The Period in which Mahavira lived was an age of acute intellectual upheaval in the cultural history of India; and among his contemporaries there were such religious teachers as Kesa-kambalin, Makkhali Gosala, Pakuddha Kaccayana, Purana Kassapa, Samjaya Belatthi-putta and Tathagata Buddha. Mahavira inherited a good deal from earlier Tirthakaras. He left behind not only a systematic religion and philosophy but also a well-knit social order of ascetics and lay followers who earnestly followed and practiced what he and his immediate disciples preached.
Some 2500 years ago, Vaisali was a prosperous capital. A suburb of it was called Kundalapura or Ksatriyakunda; and here in the palace of king siddhartha, of his queen Trisala or Priyakarini, Mahavira was born: to emphasise his various outstanding traits. He was also known as Jnata-putra, Vaisaliya, Vardhamana, Sanmati, etc. His mother belonged to the family of Cetaka, the mighty Licchavi ruler of Videha at whose call Licchavis and Mallas co-operated both for defense and offence. Tradition is not unanimous about his marriage: according to the one, he was a celibate throughout; while according to another, he married Yasoda and had a daughter called Priyadarsana. As a prince having excellent connections with ruling dynasties of his times, it was expected of him to rule with authority and enjoy the pleasures of a prosperous career after his father.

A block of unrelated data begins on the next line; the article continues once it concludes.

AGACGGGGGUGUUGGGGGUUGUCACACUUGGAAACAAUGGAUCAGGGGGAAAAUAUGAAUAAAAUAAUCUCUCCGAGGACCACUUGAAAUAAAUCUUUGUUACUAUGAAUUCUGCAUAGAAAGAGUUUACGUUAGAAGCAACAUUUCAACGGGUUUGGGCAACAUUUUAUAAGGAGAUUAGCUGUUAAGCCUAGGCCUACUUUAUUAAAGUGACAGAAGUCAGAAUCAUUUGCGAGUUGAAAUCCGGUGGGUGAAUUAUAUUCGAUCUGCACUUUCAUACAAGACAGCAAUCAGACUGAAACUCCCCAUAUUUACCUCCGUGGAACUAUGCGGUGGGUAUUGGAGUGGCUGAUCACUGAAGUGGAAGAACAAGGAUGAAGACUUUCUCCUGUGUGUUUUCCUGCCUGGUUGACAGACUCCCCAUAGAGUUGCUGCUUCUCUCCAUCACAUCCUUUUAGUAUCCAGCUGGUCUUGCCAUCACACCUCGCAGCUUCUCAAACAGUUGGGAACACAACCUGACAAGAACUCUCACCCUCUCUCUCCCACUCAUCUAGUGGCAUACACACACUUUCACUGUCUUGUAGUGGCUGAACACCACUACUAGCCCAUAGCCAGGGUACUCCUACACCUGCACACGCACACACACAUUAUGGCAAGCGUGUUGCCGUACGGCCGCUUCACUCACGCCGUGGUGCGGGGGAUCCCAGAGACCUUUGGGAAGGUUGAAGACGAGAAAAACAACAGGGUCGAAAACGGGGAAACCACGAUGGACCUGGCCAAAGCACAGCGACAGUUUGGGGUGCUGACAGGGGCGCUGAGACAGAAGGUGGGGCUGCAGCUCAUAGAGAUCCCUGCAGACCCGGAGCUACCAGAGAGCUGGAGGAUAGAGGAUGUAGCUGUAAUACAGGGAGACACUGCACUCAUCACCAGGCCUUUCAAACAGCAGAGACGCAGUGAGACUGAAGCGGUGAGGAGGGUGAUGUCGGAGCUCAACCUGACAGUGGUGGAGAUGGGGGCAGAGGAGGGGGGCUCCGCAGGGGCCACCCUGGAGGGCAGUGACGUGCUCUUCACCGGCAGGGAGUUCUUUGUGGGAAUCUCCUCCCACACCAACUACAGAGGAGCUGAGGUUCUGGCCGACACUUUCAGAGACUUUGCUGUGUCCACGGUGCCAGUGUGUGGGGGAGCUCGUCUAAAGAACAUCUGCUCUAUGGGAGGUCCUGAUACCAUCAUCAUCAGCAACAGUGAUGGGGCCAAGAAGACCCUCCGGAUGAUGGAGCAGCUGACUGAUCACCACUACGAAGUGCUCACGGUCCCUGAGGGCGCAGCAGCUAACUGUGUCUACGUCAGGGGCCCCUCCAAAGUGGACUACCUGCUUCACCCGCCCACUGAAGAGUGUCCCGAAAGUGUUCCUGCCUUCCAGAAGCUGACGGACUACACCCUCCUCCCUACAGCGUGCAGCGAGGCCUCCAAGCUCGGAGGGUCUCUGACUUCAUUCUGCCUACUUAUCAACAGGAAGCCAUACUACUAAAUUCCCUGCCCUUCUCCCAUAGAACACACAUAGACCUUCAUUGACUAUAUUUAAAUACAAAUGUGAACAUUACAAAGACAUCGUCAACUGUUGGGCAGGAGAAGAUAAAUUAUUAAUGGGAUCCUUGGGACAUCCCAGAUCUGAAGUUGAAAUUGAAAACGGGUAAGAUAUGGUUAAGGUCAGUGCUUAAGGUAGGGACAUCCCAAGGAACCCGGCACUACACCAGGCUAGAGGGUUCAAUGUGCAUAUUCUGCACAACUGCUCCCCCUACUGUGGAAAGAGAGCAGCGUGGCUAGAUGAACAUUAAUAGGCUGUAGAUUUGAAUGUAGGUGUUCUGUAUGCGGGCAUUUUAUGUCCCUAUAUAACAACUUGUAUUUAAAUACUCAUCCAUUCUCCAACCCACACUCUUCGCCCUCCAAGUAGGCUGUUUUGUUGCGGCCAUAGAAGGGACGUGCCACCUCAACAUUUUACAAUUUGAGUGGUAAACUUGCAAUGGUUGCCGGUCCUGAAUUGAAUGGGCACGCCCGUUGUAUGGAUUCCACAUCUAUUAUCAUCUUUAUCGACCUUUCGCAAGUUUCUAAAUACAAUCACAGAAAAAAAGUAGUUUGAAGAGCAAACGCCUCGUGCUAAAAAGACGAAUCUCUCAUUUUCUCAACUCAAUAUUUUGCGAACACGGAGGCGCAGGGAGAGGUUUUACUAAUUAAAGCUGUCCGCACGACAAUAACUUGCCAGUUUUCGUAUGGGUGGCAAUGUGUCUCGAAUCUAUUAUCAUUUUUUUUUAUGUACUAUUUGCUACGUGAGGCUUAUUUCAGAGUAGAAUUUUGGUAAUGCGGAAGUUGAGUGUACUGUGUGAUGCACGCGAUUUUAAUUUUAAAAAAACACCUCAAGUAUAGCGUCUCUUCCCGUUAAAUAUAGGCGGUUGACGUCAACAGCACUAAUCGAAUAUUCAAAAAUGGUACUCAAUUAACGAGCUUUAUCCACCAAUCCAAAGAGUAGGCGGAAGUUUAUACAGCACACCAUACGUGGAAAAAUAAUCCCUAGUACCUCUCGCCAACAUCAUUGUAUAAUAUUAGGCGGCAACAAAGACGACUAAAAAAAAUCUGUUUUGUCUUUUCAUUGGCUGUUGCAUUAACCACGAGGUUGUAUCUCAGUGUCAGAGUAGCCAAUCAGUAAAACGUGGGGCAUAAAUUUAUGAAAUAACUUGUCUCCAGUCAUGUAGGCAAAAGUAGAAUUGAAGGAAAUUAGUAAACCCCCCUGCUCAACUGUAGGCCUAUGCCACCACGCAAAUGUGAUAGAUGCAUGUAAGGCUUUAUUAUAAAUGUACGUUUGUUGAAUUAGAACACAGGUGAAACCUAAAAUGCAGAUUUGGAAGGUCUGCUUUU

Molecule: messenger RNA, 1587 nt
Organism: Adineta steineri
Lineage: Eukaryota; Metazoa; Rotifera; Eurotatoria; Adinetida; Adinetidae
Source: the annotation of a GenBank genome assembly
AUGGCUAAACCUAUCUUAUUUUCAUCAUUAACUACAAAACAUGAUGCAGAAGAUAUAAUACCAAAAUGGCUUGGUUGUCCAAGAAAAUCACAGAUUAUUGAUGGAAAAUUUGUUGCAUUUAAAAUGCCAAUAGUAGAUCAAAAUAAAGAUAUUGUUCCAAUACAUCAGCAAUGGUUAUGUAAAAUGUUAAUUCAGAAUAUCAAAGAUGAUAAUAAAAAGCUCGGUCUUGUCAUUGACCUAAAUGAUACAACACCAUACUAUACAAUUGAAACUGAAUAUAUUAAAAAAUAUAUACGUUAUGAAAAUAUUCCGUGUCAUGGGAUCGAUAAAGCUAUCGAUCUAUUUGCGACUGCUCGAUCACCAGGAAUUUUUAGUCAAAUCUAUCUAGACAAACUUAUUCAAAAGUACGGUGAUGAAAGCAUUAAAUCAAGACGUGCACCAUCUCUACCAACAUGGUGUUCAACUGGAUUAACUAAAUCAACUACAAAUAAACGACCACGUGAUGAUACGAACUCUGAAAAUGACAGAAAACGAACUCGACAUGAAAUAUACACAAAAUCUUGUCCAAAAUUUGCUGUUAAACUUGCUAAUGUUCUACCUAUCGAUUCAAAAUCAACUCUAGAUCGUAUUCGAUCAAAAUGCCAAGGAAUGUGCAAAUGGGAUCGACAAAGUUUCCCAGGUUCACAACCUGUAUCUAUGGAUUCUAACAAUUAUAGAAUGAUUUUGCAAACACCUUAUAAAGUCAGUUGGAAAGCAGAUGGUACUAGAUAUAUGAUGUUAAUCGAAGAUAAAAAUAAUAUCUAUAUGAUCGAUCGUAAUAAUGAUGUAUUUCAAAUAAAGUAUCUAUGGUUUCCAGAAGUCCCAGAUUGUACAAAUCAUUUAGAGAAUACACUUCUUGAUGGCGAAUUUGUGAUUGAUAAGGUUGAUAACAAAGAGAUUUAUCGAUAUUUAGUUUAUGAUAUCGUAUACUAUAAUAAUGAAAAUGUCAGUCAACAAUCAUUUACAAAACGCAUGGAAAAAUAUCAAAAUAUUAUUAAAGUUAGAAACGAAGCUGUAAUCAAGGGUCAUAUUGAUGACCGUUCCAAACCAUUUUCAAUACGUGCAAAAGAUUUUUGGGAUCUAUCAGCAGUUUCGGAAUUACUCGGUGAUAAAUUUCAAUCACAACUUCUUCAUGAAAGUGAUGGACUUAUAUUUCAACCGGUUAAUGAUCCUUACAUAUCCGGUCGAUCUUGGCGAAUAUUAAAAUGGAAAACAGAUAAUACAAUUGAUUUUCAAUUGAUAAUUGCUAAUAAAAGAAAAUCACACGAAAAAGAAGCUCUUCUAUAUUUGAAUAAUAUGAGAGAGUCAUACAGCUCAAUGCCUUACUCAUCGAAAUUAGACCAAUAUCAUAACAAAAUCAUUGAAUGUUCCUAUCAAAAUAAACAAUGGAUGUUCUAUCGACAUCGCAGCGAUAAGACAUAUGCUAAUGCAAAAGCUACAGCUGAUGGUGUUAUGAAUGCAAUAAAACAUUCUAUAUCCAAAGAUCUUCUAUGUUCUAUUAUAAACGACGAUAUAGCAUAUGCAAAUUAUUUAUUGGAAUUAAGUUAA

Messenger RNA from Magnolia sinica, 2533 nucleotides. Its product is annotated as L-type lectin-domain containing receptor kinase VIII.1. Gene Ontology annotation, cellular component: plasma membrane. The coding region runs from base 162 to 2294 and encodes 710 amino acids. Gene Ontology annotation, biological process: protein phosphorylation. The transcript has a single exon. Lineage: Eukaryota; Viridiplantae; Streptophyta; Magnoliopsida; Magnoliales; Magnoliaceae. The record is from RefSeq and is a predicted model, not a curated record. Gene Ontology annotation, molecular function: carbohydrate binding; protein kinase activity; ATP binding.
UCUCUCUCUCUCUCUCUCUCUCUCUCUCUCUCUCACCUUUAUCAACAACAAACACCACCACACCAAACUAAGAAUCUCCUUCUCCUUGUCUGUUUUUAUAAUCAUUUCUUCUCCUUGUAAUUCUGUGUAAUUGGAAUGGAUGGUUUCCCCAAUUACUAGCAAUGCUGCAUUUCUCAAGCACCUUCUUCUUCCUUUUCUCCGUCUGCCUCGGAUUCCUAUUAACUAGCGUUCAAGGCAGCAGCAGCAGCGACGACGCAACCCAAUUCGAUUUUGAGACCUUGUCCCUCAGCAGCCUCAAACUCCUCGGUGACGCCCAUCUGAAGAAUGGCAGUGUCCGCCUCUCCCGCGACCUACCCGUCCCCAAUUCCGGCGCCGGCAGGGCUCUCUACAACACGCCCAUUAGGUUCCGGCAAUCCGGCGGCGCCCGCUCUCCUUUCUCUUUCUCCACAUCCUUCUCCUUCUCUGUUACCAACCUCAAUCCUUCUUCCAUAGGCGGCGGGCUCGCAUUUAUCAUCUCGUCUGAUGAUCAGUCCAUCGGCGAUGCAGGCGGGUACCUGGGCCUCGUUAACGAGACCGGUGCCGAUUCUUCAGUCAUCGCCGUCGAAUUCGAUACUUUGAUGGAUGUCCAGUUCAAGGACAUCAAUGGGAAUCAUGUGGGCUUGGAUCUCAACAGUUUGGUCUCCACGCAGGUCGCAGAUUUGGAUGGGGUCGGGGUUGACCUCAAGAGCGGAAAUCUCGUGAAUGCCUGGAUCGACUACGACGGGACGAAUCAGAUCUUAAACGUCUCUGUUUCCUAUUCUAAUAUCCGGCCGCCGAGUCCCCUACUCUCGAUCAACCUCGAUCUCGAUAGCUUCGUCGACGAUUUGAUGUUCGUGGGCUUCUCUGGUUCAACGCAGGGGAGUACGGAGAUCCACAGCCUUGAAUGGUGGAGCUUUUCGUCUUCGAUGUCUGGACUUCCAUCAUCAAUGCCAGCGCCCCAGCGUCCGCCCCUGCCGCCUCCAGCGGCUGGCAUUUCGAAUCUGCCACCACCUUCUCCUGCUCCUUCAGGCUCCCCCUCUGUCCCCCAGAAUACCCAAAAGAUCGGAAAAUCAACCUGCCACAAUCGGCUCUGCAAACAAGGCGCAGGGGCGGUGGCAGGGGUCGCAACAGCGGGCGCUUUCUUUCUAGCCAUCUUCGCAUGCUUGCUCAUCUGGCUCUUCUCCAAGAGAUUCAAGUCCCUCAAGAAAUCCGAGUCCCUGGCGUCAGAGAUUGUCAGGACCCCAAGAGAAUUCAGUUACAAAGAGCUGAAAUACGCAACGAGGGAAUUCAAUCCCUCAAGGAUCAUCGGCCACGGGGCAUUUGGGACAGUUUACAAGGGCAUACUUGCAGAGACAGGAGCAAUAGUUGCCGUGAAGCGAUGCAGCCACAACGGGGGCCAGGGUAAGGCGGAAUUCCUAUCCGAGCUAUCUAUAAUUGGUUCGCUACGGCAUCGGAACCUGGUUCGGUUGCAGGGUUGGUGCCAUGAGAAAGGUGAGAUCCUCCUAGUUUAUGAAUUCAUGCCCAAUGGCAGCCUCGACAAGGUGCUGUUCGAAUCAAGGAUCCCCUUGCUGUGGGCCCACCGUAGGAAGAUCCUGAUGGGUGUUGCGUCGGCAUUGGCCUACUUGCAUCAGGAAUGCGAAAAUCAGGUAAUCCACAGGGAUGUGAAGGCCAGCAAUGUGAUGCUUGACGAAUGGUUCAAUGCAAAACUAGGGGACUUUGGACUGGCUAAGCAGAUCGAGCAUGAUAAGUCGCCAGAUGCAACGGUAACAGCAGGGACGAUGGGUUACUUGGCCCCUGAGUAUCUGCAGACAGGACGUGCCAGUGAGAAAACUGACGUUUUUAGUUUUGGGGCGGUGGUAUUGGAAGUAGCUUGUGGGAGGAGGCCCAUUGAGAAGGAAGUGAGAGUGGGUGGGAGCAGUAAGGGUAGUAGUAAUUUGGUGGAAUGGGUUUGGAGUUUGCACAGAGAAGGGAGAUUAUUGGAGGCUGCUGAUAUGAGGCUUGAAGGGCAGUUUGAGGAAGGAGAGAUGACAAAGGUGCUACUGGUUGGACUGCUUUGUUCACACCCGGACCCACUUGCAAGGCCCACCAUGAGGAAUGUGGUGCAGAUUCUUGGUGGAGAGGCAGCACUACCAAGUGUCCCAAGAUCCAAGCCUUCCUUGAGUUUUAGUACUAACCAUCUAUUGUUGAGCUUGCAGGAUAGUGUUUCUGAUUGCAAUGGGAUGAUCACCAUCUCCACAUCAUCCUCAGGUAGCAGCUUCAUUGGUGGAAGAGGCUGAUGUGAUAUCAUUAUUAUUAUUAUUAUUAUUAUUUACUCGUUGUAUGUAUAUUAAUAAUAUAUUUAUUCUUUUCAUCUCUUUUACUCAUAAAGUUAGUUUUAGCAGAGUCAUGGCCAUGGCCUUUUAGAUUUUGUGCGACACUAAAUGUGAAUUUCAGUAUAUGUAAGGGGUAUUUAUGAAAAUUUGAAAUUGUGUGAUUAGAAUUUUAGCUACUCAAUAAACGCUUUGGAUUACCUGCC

In : ancient history
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